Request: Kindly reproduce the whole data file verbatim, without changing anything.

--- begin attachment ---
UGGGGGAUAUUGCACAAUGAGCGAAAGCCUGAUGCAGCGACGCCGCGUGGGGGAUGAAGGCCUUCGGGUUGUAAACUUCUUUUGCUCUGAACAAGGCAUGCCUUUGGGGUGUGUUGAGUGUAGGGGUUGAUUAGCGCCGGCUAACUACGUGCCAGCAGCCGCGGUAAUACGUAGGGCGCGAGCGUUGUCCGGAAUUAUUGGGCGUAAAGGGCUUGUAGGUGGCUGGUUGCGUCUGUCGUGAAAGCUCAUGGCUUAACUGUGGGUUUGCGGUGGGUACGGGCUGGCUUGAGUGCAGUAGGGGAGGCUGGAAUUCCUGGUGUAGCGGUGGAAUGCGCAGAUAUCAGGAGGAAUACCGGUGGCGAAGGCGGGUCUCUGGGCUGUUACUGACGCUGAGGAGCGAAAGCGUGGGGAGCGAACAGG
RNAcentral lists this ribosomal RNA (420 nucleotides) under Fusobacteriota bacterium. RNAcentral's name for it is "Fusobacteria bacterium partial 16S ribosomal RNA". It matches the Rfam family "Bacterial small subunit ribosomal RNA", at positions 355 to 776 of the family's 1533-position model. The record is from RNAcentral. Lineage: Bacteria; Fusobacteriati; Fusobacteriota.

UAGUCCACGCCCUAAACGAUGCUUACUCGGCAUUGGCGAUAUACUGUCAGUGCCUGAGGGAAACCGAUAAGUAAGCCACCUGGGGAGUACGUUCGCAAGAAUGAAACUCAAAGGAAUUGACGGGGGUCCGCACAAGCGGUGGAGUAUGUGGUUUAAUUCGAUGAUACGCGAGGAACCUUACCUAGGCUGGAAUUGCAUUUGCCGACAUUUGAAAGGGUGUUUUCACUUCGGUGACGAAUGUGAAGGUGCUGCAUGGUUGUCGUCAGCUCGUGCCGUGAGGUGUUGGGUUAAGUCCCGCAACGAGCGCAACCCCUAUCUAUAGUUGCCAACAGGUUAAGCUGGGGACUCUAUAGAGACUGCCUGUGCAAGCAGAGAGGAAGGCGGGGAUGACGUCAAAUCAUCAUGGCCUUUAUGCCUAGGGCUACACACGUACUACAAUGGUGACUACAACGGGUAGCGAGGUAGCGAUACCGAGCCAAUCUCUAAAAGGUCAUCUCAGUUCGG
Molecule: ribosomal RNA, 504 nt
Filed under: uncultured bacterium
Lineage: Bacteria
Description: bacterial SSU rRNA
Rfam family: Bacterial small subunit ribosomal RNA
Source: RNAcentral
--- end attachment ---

UGGGGGAUAUUGCACAAUGAGCGAAAGCCUGAUGCAGCGACGCCGCGUGGGGGAUGAAGGCCUUCGGGUUGUAAACUUCUUUUGCUCUGAACAAGGCAUGCCUUUGGGGUGUGUUGAGUGUAGGGGUUGAUUAGCGCCGGCUAACUACGUGCCAGCAGCCGCGGUAAUACGUAGGGCGCGAGCGUUGUCCGGAAUUAUUGGGCGUAAAGGGCUUGUAGGUGGCUGGUUGCGUCUGUCGUGAAAGCUCAUGGCUUAACUGUGGGUUUGCGGUGGGUACGGGCUGGCUUGAGUGCAGUAGGGGAGGCUGGAAUUCCUGGUGUAGCGGUGGAAUGCGCAGAUAUCAGGAGGAAUACCGGUGGCGAAGGCGGGUCUCUGGGCUGUUACUGACGCUGAGGAGCGAAAGCGUGGGGAGCGAACAGG
RNAcentral lists this ribosomal RNA (420 nucleotides) under Fusobacteriota bacterium. RNAcentral's name for it is "Fusobacteria bacterium partial 16S ribosomal RNA". It matches the Rfam family "Bacterial small subunit ribosomal RNA", at positions 355 to 776 of the family's 1533-position model. The record is from RNAcentral. Lineage: Bacteria; Fusobacteriati; Fusobacteriota.

UAGUCCACGCCCUAAACGAUGCUUACUCGGCAUUGGCGAUAUACUGUCAGUGCCUGAGGGAAACCGAUAAGUAAGCCACCUGGGGAGUACGUUCGCAAGAAUGAAACUCAAAGGAAUUGACGGGGGUCCGCACAAGCGGUGGAGUAUGUGGUUUAAUUCGAUGAUACGCGAGGAACCUUACCUAGGCUGGAAUUGCAUUUGCCGACAUUUGAAAGGGUGUUUUCACUUCGGUGACGAAUGUGAAGGUGCUGCAUGGUUGUCGUCAGCUCGUGCCGUGAGGUGUUGGGUUAAGUCCCGCAACGAGCGCAACCCCUAUCUAUAGUUGCCAACAGGUUAAGCUGGGGACUCUAUAGAGACUGCCUGUGCAAGCAGAGAGGAAGGCGGGGAUGACGUCAAAUCAUCAUGGCCUUUAUGCCUAGGGCUACACACGUACUACAAUGGUGACUACAACGGGUAGCGAGGUAGCGAUACCGAGCCAAUCUCUAAAAGGUCAUCUCAGUUCGG
Molecule: ribosomal RNA, 504 nt
Filed under: uncultured bacterium
Lineage: Bacteria
Description: bacterial SSU rRNA
Rfam family: Bacterial small subunit ribosomal RNA
Source: RNAcentral